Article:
Having grown up in the era in which punk was born and The Clash became a part of its legacy, what I expected to see when watching this film was an overview of a man still raging against the troubles he sees in the world around him, and there is certainly enough material these days to fuel someone of Stummer's caliber with which to do so. This documentary is anything but that; its a fine look at a man pushing 50 years of age, in many ways an everyman, average Joe on the street who is thoughful, humble, respectful of anyone and everyone he comes in contact with from a stranger on the street to his musical peers. He seems far more at ease with life than he did in the days of fame; at times he pokes fun at his advancing years, at others he's making it a point to let you know he has lots of vital music yet to do. He isn't adept at grabbing the viewer with quotes that stay with you; instead he seems to endear you to his cause, exuding warmth, goodwill and an obvious desire to get back out there and play. The ample interview footage shows his charisma comes from being personable, yet a man with something to say musically. If he sees himself as an icon or even a musician of notable importance, you certainly can't tell it listening to the man here, nor see it; he treats his new band as complete equals and in one of the extras is quick to give them high praise. What I got from viewing this is the fact that Joe Strummer the man was a class act. The isn't a way in the world I would have equated the lead singer of The Clash- the voice of "London Calling"- with the man Strummer turns out to be.


The aspect ratio for this documentary is 1.33:1 fullscreen. Colors are rich, clean and accurate. Sharpness is very good, as has been the case with several recent Image Entertainment releases I have reviewed.


The audio track presented here is Dolby Digital 2.0 stereo. While not earthshaking, spoken voice portions of the disc are clear and easy to understand, and the musical footage sounds crisp and accurate.


Q&A with director Dick Rude- Clocking in at 15 minutes, a fun session at the Tribeca Film Festival with Rude talking about Joe's tour and Strummer's personality, his humble, warm, hard working persona. "I had so much footage of Joe being a humble, nice guy he looked pathetic!"
More Mescaleros- Various footage of Joe and the new band hanging out, singing and just having a good time behind the scenes. About 8 minutes.
Joe's Suitcase- Pictures, buttons, album covers, memorabilia and newspaper clippings of Joe with the Clash.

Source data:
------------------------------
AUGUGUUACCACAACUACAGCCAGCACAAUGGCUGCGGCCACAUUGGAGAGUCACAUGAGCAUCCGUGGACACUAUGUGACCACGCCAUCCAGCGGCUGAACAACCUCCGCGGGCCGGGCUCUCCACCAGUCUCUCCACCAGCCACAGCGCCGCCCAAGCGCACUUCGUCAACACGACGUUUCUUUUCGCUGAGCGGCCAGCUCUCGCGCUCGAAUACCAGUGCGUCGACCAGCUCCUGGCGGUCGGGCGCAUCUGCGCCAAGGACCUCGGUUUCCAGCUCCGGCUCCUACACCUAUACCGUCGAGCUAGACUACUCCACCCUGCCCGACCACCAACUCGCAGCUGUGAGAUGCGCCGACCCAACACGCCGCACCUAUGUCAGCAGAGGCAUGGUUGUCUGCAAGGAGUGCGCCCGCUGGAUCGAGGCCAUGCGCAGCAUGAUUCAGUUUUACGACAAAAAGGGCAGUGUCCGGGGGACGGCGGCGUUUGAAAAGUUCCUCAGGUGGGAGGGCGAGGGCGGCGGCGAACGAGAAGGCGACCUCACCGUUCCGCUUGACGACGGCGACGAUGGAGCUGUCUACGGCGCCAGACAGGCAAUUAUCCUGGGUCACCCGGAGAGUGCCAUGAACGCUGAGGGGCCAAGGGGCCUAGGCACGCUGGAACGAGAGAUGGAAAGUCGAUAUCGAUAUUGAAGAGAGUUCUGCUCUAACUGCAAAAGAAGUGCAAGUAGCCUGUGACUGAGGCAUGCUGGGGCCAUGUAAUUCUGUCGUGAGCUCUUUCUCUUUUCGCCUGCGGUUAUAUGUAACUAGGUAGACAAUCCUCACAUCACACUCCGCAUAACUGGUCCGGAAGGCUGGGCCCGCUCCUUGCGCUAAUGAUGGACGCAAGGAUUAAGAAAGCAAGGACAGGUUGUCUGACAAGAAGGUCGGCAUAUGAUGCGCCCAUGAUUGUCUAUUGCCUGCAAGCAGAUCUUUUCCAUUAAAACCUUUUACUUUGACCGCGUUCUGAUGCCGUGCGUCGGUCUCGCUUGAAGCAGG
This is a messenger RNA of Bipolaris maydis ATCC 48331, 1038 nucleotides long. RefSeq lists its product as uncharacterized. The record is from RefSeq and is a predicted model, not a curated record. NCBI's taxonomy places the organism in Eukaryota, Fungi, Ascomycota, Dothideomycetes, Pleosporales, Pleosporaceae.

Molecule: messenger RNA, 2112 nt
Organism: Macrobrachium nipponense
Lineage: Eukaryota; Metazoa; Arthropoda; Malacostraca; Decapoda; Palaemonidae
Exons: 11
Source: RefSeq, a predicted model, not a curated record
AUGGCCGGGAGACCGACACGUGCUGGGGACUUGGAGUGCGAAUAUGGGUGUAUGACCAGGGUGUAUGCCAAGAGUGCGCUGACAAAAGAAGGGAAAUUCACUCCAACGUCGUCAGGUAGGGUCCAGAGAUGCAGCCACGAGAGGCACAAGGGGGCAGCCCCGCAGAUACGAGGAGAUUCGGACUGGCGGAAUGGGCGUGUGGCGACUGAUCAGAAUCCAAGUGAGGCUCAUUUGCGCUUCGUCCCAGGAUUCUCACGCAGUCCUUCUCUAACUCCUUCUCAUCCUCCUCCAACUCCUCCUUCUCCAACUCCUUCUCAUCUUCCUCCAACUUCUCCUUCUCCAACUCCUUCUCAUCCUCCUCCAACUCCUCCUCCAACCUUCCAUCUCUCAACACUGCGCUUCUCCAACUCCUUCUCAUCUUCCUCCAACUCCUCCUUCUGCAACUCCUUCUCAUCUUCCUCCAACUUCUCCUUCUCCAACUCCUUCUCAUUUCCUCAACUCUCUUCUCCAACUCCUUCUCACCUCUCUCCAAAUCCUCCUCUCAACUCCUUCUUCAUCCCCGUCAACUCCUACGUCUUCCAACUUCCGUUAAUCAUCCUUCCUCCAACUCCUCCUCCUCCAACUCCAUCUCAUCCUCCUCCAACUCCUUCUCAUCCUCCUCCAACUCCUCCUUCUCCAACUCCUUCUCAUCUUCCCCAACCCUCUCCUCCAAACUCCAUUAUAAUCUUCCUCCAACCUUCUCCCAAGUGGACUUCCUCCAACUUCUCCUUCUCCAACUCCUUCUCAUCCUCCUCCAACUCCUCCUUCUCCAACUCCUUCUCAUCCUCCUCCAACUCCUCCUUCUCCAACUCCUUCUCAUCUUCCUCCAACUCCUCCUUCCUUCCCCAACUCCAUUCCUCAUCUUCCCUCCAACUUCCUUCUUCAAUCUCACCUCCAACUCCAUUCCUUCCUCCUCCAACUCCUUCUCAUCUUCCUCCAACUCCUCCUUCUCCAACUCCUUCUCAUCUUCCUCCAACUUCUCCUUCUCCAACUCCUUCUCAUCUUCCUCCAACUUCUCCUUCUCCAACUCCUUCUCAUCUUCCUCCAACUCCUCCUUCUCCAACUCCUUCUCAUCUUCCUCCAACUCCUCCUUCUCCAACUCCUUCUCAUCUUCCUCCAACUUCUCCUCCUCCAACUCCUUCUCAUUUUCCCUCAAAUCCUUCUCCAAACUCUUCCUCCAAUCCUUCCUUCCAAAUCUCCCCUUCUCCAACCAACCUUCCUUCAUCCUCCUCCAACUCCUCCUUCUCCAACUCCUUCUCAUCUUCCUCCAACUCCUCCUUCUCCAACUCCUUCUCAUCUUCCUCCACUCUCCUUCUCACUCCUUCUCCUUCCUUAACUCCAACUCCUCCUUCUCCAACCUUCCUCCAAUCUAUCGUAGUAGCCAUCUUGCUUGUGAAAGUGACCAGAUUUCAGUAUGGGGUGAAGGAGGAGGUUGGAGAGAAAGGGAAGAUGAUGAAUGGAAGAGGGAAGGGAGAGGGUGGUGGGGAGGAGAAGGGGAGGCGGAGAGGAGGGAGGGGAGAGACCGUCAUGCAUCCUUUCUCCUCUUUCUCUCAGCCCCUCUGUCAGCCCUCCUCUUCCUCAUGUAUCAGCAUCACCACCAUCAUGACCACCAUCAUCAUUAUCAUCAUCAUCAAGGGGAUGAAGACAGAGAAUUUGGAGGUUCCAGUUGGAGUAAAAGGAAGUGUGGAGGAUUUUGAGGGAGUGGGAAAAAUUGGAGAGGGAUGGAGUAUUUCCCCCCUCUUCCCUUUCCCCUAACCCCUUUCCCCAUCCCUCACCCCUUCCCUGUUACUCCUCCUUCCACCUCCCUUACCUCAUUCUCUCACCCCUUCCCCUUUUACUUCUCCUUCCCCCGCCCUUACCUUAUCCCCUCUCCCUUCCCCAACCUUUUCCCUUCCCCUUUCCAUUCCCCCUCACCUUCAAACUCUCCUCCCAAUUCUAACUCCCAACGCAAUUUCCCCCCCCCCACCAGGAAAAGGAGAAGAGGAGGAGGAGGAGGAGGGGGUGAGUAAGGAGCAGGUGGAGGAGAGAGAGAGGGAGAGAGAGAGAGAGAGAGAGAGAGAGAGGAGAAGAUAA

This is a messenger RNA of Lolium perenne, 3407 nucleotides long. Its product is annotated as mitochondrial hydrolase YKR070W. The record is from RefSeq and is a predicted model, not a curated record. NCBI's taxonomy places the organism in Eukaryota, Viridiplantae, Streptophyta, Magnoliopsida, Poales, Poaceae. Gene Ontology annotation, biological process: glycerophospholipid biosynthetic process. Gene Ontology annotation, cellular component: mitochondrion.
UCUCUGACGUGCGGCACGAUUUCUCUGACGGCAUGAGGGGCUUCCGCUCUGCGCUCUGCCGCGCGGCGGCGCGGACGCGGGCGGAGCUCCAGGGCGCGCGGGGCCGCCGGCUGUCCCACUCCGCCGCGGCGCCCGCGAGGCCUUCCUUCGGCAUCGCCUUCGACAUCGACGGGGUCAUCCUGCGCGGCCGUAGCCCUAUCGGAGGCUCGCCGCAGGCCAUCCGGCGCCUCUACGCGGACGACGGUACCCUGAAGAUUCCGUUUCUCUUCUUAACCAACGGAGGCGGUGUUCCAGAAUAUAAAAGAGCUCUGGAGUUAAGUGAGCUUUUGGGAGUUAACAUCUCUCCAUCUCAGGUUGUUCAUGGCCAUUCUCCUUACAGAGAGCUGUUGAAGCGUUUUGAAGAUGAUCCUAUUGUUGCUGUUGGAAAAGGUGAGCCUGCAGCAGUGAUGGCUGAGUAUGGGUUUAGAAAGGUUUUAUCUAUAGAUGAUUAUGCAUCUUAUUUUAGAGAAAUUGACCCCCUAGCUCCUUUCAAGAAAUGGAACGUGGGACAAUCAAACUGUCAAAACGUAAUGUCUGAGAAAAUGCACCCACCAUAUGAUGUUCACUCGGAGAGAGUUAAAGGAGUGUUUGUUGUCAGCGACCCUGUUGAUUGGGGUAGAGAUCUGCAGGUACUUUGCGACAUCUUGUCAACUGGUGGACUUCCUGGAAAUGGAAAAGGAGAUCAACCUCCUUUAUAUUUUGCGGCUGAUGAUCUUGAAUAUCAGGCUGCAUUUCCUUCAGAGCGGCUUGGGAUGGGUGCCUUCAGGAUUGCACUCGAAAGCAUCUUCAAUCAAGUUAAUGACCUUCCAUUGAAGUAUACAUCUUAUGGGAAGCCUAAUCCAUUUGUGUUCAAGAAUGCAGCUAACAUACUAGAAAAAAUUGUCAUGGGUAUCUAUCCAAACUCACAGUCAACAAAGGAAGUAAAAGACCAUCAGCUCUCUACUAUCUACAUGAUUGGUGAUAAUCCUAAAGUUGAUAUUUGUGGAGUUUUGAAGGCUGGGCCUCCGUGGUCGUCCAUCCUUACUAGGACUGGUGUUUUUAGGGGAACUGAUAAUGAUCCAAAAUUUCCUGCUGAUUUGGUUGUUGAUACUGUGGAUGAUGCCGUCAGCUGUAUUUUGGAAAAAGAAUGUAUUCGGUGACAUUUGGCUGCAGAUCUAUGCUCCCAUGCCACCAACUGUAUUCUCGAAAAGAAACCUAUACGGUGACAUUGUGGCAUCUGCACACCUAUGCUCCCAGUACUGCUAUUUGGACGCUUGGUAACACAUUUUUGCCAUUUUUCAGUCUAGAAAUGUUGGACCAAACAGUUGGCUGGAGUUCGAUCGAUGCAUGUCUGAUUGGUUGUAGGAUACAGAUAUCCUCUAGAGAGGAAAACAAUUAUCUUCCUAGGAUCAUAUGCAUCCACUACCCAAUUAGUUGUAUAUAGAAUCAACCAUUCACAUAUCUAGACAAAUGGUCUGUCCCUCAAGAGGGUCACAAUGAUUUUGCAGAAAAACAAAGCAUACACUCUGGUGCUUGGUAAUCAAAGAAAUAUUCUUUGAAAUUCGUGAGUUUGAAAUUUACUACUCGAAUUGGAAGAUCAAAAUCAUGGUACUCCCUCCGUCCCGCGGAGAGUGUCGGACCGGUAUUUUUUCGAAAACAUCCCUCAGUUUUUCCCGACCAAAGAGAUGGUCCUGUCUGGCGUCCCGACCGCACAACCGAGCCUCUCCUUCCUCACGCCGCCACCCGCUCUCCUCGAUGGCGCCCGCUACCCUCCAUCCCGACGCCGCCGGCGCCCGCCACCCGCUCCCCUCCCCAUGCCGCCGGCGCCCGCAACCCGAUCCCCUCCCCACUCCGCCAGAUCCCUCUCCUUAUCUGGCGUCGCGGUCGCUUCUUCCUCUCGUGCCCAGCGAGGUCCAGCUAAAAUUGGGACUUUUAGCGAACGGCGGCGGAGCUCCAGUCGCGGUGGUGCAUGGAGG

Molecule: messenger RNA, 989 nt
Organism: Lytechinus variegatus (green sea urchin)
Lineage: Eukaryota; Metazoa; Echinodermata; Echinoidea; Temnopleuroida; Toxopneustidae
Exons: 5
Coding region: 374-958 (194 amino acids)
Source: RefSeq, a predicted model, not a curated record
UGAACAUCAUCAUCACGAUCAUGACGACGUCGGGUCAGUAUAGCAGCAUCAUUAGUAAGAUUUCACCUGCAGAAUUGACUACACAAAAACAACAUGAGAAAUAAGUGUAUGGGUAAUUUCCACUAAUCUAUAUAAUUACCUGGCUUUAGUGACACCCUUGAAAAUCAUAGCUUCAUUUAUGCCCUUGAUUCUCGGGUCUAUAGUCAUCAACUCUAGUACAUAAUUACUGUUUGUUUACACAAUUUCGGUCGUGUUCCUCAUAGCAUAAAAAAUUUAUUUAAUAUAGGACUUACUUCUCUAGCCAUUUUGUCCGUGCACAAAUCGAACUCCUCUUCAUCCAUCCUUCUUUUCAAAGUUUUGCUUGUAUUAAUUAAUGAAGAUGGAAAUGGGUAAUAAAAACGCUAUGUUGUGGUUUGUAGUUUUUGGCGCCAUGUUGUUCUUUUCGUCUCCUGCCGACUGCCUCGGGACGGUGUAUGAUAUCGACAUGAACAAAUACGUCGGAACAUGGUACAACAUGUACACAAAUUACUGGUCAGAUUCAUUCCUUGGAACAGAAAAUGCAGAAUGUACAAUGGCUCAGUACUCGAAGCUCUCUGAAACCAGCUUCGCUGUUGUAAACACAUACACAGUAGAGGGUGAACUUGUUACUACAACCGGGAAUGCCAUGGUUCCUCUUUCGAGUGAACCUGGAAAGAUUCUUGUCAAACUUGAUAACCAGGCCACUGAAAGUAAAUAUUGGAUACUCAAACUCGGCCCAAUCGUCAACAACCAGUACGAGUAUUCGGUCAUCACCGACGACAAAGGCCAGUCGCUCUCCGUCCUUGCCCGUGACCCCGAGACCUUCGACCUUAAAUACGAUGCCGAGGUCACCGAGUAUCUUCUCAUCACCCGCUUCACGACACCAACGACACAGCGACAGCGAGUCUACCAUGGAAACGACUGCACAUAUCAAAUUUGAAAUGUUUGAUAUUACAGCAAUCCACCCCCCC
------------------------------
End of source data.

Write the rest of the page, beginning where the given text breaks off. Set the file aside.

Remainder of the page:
Writing Songs- 2 minutes. One on one with Joe talking about how he forms his songs, where he finds inspiration to write.
Touring- Joe talking about his love for touring with fresh material and his new band. 5 minutes.
Politics- Mainly dealing with the G8 and his cynicism towards it.
Plugs- 2 minutes. The band doing various regional promos.
On the Mescaleros- 3 minutes. Talking about his enjoyment being in a new band with such versatility and musicianship.
Life in General- Joe talking about this and that; his name, signing autographs, in general just expounding on the music business and where he is at the time. 4 minutes.
The History of Joe- Strummer talks about his beginning, playing Europe and his early bands. 4 minutes.
About Music- A 10 minute piece in which Joe talks about looking for new music, seeking out sounds that will be viable as opposed to playing it safe for the sake of corporate music compaines.

Bonus Songs-

Bigger They Come Harder They Fall
Quarter Pound of Ishens
Armagideon Time
Pressure Drop 72
Rudie Can't Fail

Theatrical Trailer

Final Thoughts-

There are several reasons to speak highly of this disc. This is a short film about a man regarded in legendary terms in punk rock- a Rock And Roll Hall Of Fame inductee- who reveals himself to be a very likeable, approachable man in what should have been his mid-life years. As he sadly died not long after this filming, it is as close as we are likely to get to an inside look at Joe Strummer's solo period. Dick Rude has done a fine job of bringing Strummer's quiet, passionate persona to life for the viewer. Recommended.